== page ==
Greece, Egypt, Greek Cyprus urge Turkey to end gas search
NICOSIA - Reuters
Greek Cyprus Foreign Minister Ioannis Kasoulides (C), Egyptian Foreign Minister Sameh Shoukry (L) and Greek Foreign Minister Evangelos Venizelos (R) speak to the media after their meeting in Nicosia on Oct. 29. AP PhotoThe governments of Egypt, Greece and Greek Cyprus have urged Turkey to stop trying to chart gas deposits in areas of the east Mediterranean claimed by Greek Cyprus, saying the work was illegal.
Greek Cyprus, a European Union member, is anxious to develop the gas reserves in its so-called exclusive economic zone (EEZ), an offshore region lying south of the island.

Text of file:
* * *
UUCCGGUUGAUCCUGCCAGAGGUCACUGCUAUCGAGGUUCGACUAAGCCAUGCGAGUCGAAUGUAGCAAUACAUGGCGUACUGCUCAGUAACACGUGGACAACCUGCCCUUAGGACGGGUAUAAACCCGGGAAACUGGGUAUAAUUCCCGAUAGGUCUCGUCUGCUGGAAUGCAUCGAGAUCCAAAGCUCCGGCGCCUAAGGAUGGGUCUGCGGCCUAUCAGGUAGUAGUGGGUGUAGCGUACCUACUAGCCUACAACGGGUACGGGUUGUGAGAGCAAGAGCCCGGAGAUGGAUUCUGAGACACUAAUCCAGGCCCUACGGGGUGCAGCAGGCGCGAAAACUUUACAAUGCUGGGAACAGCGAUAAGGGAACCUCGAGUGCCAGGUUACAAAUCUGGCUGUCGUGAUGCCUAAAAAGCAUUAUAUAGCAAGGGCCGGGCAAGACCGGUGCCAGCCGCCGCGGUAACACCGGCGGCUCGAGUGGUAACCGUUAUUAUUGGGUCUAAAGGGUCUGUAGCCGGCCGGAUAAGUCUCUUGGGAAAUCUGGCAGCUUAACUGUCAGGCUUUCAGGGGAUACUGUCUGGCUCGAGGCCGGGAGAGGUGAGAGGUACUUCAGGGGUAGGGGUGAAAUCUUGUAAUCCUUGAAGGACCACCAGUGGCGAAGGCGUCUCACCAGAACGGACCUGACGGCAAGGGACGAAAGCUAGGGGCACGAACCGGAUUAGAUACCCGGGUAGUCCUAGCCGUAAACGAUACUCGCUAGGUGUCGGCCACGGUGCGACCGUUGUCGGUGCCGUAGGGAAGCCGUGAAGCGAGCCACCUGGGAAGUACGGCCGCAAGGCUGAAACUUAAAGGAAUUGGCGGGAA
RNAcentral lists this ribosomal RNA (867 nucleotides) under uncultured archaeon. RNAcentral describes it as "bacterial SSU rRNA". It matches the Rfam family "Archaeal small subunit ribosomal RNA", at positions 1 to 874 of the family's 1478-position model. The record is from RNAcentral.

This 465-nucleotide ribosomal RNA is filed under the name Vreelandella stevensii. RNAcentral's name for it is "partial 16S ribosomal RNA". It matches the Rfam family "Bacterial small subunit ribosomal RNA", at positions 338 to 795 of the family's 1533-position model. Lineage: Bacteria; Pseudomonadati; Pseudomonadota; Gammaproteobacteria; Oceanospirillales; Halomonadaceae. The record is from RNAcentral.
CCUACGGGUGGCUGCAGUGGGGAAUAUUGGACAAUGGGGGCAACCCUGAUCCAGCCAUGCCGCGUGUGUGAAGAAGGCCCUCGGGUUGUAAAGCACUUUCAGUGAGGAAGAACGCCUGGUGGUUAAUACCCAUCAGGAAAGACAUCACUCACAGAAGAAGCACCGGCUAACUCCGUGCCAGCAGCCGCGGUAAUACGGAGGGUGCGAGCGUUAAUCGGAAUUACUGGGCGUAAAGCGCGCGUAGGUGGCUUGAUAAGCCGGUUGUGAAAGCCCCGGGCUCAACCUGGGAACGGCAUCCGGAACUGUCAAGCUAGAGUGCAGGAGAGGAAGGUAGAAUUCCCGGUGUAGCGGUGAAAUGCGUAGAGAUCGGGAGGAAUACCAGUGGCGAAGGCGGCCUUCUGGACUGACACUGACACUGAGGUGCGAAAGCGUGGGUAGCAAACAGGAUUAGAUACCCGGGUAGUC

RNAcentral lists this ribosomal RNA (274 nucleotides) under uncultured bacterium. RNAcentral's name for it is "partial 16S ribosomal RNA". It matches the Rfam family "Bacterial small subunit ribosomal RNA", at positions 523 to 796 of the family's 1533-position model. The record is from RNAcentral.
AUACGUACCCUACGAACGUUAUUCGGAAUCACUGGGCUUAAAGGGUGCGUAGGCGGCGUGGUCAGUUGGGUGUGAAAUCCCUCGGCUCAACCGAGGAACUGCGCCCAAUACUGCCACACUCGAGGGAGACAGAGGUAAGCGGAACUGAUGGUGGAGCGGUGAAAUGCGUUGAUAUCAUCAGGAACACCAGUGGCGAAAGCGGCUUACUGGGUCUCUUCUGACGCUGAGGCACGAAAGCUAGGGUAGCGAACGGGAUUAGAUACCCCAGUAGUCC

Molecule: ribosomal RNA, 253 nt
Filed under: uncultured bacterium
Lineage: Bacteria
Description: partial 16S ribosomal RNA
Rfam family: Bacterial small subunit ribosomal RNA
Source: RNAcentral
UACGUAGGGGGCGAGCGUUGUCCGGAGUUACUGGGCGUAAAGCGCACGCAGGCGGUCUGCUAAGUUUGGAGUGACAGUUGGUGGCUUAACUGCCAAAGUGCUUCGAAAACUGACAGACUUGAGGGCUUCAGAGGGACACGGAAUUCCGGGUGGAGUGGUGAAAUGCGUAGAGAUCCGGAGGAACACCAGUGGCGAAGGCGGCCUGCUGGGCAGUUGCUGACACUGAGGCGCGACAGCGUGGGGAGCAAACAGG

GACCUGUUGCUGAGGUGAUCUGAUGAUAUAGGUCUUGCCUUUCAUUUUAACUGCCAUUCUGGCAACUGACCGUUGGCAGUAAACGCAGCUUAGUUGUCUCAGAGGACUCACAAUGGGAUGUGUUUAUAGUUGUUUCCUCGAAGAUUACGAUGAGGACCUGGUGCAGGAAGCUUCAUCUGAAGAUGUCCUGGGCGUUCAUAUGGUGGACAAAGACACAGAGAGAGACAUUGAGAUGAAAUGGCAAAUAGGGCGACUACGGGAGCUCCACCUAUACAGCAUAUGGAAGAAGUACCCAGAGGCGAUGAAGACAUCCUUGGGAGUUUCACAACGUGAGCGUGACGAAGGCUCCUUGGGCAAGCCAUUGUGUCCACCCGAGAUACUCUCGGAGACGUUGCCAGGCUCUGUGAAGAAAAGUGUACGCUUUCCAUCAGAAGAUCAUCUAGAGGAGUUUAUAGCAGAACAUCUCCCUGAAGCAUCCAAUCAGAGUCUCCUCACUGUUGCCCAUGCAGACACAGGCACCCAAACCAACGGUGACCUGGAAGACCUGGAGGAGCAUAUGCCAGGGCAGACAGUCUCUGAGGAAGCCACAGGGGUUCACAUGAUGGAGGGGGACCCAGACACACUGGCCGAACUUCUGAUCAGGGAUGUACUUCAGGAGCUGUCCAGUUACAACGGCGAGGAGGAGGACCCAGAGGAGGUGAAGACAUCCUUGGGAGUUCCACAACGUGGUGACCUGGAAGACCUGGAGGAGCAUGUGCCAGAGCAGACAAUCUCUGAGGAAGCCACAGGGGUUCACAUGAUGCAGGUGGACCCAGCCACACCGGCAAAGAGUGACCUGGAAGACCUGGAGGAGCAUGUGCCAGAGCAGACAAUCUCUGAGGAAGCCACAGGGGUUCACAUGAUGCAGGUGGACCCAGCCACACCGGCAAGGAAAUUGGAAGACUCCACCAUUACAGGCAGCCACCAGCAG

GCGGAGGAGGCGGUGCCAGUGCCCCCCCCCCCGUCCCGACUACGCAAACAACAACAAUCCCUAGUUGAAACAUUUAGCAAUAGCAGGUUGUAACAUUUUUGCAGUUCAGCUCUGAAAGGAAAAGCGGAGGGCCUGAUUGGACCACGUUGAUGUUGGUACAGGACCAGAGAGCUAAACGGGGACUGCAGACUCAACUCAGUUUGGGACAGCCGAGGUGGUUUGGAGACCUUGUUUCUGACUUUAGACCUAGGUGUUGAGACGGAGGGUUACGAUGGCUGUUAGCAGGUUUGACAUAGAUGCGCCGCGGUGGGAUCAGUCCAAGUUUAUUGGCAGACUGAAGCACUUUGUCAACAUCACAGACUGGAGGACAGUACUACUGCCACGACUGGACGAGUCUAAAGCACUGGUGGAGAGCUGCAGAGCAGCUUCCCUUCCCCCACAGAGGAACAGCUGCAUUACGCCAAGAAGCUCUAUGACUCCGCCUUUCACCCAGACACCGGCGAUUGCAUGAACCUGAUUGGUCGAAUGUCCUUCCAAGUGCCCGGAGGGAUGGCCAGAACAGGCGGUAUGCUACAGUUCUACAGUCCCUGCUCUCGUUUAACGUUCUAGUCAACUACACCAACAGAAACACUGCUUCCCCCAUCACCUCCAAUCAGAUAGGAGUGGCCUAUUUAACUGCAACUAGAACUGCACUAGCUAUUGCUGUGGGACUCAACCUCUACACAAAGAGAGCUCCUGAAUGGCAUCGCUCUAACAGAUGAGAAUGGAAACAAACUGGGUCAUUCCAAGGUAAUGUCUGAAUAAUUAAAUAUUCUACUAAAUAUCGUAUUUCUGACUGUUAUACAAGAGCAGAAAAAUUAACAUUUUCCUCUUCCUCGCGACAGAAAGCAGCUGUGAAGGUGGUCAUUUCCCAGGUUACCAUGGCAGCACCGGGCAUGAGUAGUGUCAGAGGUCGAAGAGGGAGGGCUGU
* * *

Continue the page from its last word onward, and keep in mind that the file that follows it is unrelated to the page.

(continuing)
The foreign ministers of Egypt, Greece and Greek Cyprus met in Nicosia yesterday to prepare for a summit between the three nations next month, and condemned Turkey’s actions.
“The ministers deplored the recent illegal actions perpetrated within [Greek] Cyprus’s EEZ, as well as the unauthorized seismic operations being conducted therein,” they said in a statement.
Greek Cyprus discovered an estimated 5 trillion cubic feet of gas in one offshore field in late 2011 and has licensed U.S. energy firm Noble, Italy’s ENI and France’s Total to search for gas.
“We are hopeful all activity in the eastern Mediterranean will conform with international regulations ... understandings which are based on good neighborly relations,” Egyptian Foreign Minister Sameh Shukri told reporters, flanked by his Cypriot and Greek counterparts.
Egypt has penned a deal with the Nicosia government recognizing sea boundaries between the two countries.